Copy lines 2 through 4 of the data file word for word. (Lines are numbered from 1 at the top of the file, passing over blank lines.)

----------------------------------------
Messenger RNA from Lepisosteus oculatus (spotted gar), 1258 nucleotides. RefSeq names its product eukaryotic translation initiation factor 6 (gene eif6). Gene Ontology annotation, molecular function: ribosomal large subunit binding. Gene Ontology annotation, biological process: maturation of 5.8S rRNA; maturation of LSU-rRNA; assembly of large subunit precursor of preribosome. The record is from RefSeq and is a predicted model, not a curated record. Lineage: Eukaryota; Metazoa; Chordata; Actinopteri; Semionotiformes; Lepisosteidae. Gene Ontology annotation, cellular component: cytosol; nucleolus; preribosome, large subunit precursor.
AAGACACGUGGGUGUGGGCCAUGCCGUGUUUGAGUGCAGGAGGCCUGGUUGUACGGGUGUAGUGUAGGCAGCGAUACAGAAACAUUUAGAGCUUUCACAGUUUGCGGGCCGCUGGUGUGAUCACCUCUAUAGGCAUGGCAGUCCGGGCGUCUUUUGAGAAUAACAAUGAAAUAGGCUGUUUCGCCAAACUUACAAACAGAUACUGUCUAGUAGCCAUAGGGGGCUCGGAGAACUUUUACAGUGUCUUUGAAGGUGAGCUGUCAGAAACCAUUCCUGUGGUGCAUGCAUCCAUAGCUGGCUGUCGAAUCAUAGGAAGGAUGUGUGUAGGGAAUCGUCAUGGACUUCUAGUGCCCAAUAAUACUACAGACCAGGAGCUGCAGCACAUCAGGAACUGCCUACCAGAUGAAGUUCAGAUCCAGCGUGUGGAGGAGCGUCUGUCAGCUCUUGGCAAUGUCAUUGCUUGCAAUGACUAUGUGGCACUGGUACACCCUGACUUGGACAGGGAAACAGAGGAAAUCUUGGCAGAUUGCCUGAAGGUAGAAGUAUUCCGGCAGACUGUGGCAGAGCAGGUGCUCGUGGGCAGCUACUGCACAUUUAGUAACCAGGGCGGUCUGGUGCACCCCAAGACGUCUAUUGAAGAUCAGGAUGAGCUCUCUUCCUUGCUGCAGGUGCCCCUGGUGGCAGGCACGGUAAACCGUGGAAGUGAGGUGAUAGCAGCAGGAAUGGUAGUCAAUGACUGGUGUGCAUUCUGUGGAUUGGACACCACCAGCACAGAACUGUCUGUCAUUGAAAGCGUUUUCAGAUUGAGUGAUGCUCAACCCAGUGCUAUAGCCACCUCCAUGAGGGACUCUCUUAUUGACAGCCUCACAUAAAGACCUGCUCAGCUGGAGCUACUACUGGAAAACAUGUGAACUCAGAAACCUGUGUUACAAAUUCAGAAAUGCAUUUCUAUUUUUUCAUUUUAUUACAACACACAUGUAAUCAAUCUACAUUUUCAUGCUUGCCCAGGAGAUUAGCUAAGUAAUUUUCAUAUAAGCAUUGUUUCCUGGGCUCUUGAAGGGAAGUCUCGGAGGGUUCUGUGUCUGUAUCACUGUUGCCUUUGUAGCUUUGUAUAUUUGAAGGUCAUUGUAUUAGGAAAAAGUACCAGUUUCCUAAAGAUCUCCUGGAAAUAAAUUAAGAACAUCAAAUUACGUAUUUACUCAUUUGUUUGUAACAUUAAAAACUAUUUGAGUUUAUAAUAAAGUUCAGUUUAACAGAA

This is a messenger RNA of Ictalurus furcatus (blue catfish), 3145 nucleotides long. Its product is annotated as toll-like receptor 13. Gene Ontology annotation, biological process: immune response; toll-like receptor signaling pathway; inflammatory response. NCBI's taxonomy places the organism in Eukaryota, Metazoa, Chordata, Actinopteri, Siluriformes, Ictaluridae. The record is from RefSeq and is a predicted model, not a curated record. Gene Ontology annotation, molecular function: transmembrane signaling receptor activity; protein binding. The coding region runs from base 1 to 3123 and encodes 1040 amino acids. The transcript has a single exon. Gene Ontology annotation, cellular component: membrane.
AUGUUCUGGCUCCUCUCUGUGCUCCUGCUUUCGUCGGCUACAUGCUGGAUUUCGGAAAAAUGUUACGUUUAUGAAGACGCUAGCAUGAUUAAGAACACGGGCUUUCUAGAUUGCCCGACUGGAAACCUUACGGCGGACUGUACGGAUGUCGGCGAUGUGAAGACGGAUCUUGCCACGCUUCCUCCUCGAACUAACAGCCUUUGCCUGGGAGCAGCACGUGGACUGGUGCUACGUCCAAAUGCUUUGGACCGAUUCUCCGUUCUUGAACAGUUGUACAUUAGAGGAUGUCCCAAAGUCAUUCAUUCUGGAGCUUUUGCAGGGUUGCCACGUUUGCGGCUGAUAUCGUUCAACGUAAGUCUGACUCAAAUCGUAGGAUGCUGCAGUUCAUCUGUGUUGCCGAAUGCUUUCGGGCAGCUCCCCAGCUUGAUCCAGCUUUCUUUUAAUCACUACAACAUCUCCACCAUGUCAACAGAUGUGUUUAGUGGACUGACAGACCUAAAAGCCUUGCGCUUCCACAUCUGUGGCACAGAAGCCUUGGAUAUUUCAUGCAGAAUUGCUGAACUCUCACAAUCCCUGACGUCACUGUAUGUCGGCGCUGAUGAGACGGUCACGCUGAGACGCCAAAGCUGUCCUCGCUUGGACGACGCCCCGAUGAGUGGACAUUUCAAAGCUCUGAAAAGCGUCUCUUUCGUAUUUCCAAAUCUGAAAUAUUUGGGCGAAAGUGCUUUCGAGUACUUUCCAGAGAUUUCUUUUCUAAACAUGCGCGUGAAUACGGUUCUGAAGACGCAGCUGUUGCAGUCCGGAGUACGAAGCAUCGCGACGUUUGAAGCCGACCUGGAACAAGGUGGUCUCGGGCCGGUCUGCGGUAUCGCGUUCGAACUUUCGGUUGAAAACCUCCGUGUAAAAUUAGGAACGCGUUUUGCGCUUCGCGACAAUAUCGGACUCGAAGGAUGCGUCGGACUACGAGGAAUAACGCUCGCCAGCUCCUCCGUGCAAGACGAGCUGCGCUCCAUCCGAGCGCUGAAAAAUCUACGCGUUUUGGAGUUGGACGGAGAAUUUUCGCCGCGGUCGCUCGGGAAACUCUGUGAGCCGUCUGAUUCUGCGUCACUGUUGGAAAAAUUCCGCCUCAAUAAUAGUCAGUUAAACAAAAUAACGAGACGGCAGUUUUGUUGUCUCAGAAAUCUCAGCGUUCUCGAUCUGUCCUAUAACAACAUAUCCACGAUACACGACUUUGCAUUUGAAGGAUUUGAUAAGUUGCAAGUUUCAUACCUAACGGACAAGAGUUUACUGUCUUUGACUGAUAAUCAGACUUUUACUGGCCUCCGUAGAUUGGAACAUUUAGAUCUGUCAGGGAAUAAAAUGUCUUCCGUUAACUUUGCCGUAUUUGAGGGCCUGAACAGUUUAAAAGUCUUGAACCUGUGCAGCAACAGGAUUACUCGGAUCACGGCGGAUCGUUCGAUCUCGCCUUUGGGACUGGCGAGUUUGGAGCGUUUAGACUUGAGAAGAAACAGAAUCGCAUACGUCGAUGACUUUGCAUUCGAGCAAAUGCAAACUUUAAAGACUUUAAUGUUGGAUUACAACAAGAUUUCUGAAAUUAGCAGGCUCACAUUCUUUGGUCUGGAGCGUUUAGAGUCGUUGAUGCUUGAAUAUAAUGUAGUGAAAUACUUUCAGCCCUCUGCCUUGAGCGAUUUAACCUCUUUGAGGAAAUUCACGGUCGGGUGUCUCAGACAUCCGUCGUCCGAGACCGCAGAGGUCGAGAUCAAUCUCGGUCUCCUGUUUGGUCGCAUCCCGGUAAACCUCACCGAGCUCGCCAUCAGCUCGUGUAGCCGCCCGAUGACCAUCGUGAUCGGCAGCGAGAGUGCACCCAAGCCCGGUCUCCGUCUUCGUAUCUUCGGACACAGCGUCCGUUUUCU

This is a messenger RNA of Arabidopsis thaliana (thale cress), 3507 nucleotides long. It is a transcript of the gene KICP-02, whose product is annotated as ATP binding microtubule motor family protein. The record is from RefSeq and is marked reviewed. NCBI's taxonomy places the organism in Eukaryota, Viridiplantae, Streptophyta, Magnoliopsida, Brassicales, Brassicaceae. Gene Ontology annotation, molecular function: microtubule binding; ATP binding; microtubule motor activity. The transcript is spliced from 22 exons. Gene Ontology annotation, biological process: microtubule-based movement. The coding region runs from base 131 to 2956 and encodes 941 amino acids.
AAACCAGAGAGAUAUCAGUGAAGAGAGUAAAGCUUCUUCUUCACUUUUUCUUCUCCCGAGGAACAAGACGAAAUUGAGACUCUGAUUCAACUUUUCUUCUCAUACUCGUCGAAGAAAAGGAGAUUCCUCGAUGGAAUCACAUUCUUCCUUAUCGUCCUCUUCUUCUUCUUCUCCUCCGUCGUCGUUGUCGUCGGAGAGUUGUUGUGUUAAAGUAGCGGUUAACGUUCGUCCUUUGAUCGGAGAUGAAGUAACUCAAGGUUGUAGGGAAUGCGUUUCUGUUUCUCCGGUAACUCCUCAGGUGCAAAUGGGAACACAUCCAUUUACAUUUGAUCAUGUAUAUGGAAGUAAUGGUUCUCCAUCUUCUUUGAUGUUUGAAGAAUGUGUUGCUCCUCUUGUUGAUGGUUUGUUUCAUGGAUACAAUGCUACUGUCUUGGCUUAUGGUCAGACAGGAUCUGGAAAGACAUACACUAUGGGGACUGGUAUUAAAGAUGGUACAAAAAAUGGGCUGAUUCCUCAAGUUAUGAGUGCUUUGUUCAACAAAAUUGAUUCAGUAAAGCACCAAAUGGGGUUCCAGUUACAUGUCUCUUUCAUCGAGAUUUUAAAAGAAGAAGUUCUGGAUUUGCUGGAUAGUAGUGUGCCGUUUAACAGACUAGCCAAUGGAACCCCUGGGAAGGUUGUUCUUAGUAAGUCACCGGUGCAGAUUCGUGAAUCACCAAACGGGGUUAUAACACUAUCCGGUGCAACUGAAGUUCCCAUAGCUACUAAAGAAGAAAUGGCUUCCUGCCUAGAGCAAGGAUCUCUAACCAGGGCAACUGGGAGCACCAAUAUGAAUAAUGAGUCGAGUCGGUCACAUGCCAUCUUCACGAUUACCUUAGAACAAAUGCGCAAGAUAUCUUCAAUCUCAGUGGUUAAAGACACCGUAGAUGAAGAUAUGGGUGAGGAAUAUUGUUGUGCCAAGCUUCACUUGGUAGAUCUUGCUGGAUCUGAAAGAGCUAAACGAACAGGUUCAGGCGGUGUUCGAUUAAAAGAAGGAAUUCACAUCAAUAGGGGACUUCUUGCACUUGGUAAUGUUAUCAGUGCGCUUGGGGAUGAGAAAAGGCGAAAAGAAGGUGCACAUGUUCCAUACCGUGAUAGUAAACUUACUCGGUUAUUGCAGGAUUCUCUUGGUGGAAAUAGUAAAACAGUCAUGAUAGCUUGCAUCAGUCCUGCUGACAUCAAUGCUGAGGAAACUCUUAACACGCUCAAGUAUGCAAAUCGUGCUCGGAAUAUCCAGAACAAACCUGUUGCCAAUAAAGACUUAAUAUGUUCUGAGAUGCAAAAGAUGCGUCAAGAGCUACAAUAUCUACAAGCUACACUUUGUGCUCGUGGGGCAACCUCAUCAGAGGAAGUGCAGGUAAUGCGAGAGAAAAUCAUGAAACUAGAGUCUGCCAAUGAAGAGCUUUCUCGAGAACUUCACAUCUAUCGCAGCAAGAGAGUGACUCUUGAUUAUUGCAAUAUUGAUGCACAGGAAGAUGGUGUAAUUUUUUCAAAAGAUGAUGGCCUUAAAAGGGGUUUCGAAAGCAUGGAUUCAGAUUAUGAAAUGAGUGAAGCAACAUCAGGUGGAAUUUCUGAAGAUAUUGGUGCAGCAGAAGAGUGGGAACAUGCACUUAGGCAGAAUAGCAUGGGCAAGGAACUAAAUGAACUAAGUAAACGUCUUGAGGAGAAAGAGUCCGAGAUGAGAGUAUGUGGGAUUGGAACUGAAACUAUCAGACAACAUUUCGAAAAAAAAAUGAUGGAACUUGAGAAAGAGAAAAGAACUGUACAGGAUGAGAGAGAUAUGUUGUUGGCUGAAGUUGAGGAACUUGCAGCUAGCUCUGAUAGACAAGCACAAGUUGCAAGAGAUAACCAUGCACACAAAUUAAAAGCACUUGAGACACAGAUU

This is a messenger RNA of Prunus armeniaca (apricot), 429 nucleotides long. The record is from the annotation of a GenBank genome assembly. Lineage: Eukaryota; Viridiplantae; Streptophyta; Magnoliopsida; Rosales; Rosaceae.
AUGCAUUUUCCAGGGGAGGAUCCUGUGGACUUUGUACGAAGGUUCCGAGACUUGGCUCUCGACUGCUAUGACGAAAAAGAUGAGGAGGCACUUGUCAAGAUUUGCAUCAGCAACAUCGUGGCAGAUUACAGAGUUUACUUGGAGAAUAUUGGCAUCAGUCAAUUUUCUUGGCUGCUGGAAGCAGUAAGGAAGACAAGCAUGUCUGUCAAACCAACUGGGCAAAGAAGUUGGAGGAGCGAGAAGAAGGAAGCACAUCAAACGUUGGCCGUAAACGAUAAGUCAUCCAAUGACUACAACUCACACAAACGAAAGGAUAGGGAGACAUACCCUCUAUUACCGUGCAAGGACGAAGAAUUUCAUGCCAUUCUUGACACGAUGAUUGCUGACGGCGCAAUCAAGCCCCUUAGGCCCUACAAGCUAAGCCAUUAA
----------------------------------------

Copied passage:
AAGACACGUGGGUGUGGGCCAUGCCGUGUUUGAGUGCAGGAGGCCUGGUUGUACGGGUGUAGUGUAGGCAGCGAUACAGAAACAUUUAGAGCUUUCACAGUUUGCGGGCCGCUGGUGUGAUCACCUCUAUAGGCAUGGCAGUCCGGGCGUCUUUUGAGAAUAACAAUGAAAUAGGCUGUUUCGCCAAACUUACAAACAGAUACUGUCUAGUAGCCAUAGGGGGCUCGGAGAACUUUUACAGUGUCUUUGAAGGUGAGCUGUCAGAAACCAUUCCUGUGGUGCAUGCAUCCAUAGCUGGCUGUCGAAUCAUAGGAAGGAUGUGUGUAGGGAAUCGUCAUGGACUUCUAGUGCCCAAUAAUACUACAGACCAGGAGCUGCAGCACAUCAGGAACUGCCUACCAGAUGAAGUUCAGAUCCAGCGUGUGGAGGAGCGUCUGUCAGCUCUUGGCAAUGUCAUUGCUUGCAAUGACUAUGUGGCACUGGUACACCCUGACUUGGACAGGGAAACAGAGGAAAUCUUGGCAGAUUGCCUGAAGGUAGAAGUAUUCCGGCAGACUGUGGCAGAGCAGGUGCUCGUGGGCAGCUACUGCACAUUUAGUAACCAGGGCGGUCUGGUGCACCCCAAGACGUCUAUUGAAGAUCAGGAUGAGCUCUCUUCCUUGCUGCAGGUGCCCCUGGUGGCAGGCACGGUAAACCGUGGAAGUGAGGUGAUAGCAGCAGGAAUGGUAGUCAAUGACUGGUGUGCAUUCUGUGGAUUGGACACCACCAGCACAGAACUGUCUGUCAUUGAAAGCGUUUUCAGAUUGAGUGAUGCUCAACCCAGUGCUAUAGCCACCUCCAUGAGGGACUCUCUUAUUGACAGCCUCACAUAAAGACCUGCUCAGCUGGAGCUACUACUGGAAAACAUGUGAACUCAGAAACCUGUGUUACAAAUUCAGAAAUGCAUUUCUAUUUUUUCAUUUUAUUACAACACACAUGUAAUCAAUCUACAUUUUCAUGCUUGCCCAGGAGAUUAGCUAAGUAAUUUUCAUAUAAGCAUUGUUUCCUGGGCUCUUGAAGGGAAGUCUCGGAGGGUUCUGUGUCUGUAUCACUGUUGCCUUUGUAGCUUUGUAUAUUUGAAGGUCAUUGUAUUAGGAAAAAGUACCAGUUUCCUAAAGAUCUCCUGGAAAUAAAUUAAGAACAUCAAAUUACGUAUUUACUCAUUUGUUUGUAACAUUAAAAACUAUUUGAGUUUAUAAUAAAGUUCAGUUUAACAGAA

This is a messenger RNA of Ictalurus furcatus (blue catfish), 3145 nucleotides long. Its product is annotated as toll-like receptor 13. Gene Ontology annotation, biological process: immune response; toll-like receptor signaling pathway; inflammatory response. NCBI's taxonomy places the organism in Eukaryota, Metazoa, Chordata, Actinopteri, Siluriformes, Ictaluridae. The record is from RefSeq and is a predicted model, not a curated record. Gene Ontology annotation, molecular function: transmembrane signaling receptor activity; protein binding. The coding region runs from base 1 to 3123 and encodes 1040 amino acids. The transcript has a single exon. Gene Ontology annotation, cellular component: membrane.
AUGUUCUGGCUCCUCUCUGUGCUCCUGCUUUCGUCGGCUACAUGCUGGAUUUCGGAAAAAUGUUACGUUUAUGAAGACGCUAGCAUGAUUAAGAACACGGGCUUUCUAGAUUGCCCGACUGGAAACCUUACGGCGGACUGUACGGAUGUCGGCGAUGUGAAGACGGAUCUUGCCACGCUUCCUCCUCGAACUAACAGCCUUUGCCUGGGAGCAGCACGUGGACUGGUGCUACGUCCAAAUGCUUUGGACCGAUUCUCCGUUCUUGAACAGUUGUACAUUAGAGGAUGUCCCAAAGUCAUUCAUUCUGGAGCUUUUGCAGGGUUGCCACGUUUGCGGCUGAUAUCGUUCAACGUAAGUCUGACUCAAAUCGUAGGAUGCUGCAGUUCAUCUGUGUUGCCGAAUGCUUUCGGGCAGCUCCCCAGCUUGAUCCAGCUUUCUUUUAAUCACUACAACAUCUCCACCAUGUCAACAGAUGUGUUUAGUGGACUGACAGACCUAAAAGCCUUGCGCUUCCACAUCUGUGGCACAGAAGCCUUGGAUAUUUCAUGCAGAAUUGCUGAACUCUCACAAUCCCUGACGUCACUGUAUGUCGGCGCUGAUGAGACGGUCACGCUGAGACGCCAAAGCUGUCCUCGCUUGGACGACGCCCCGAUGAGUGGACAUUUCAAAGCUCUGAAAAGCGUCUCUUUCGUAUUUCCAAAUCUGAAAUAUUUGGGCGAAAGUGCUUUCGAGUACUUUCCAGAGAUUUCUUUUCUAAACAUGCGCGUGAAUACGGUUCUGAAGACGCAGCUGUUGCAGUCCGGAGUACGAAGCAUCGCGACGUUUGAAGCCGACCUGGAACAAGGUGGUCUCGGGCCGGUCUGCGGUAUCGCGUUCGAACUUUCGGUUGAAAACCUCCGUGUAAAAUUAGGAACGCGUUUUGCGCUUCGCGACAAUAUCGGACUCGAAGGAUGCGUCGGACUACGAGGAAUAACGCUCGCCAGCUCCUCCGUGCAAGACGAGCUGCGCUCCAUCCGAGCGCUGAAAAAUCUACGCGUUUUGGAGUUGGACGGAGAAUUUUCGCCGCGGUCGCUCGGGAAACUCUGUGAGCCGUCUGAUUCUGCGUCACUGUUGGAAAAAUUCCGCCUCAAUAAUAGUCAGUUAAACAAAAUAACGAGACGGCAGUUUUGUUGUCUCAGAAAUCUCAGCGUUCUCGAUCUGUCCUAUAACAACAUAUCCACGAUACACGACUUUGCAUUUGAAGGAUUUGAUAAGUUGCAAGUUUCAUACCUAACGGACAAGAGUUUACUGUCUUUGACUGAUAAUCAGACUUUUACUGGCCUCCGUAGAUUGGAACAUUUAGAUCUGUCAGGGAAUAAAAUGUCUUCCGUUAACUUUGCCGUAUUUGAGGGCCUGAACAGUUUAAAAGUCUUGAACCUGUGCAGCAACAGGAUUACUCGGAUCACGGCGGAUCGUUCGAUCUCGCCUUUGGGACUGGCGAGUUUGGAGCGUUUAGACUUGAGAAGAAACAGAAUCGCAUACGUCGAUGACUUUGCAUUCGAGCAAAUGCAAACUUUAAAGACUUUAAUGUUGGAUUACAACAAGAUUUCUGAAAUUAGCAGGCUCACAUUCUUUGGUCUGGAGCGUUUAGAGUCGUUGAUGCUUGAAUAUAAUGUAGUGAAAUACUUUCAGCCCUCUGCCUUGAGCGAUUUAACCUCUUUGAGGAAAUUCACGGUCGGGUGUCUCAGACAUCCGUCGUCCGAGACCGCAGAGGUCGAGAUCAAUCUCGGUCUCCUGUUUGGUCGCAUCCCGGUAAACCUCACCGAGCUCGCCAUCAGCUCGUGUAGCCGCCCGAUGACCAUCGUGAUCGGCAGCGAGAGUGCACCCAAGCCCGGUCUCCGUCUUCGUAUCUUCGGACACAGCGUCCGUUUUCU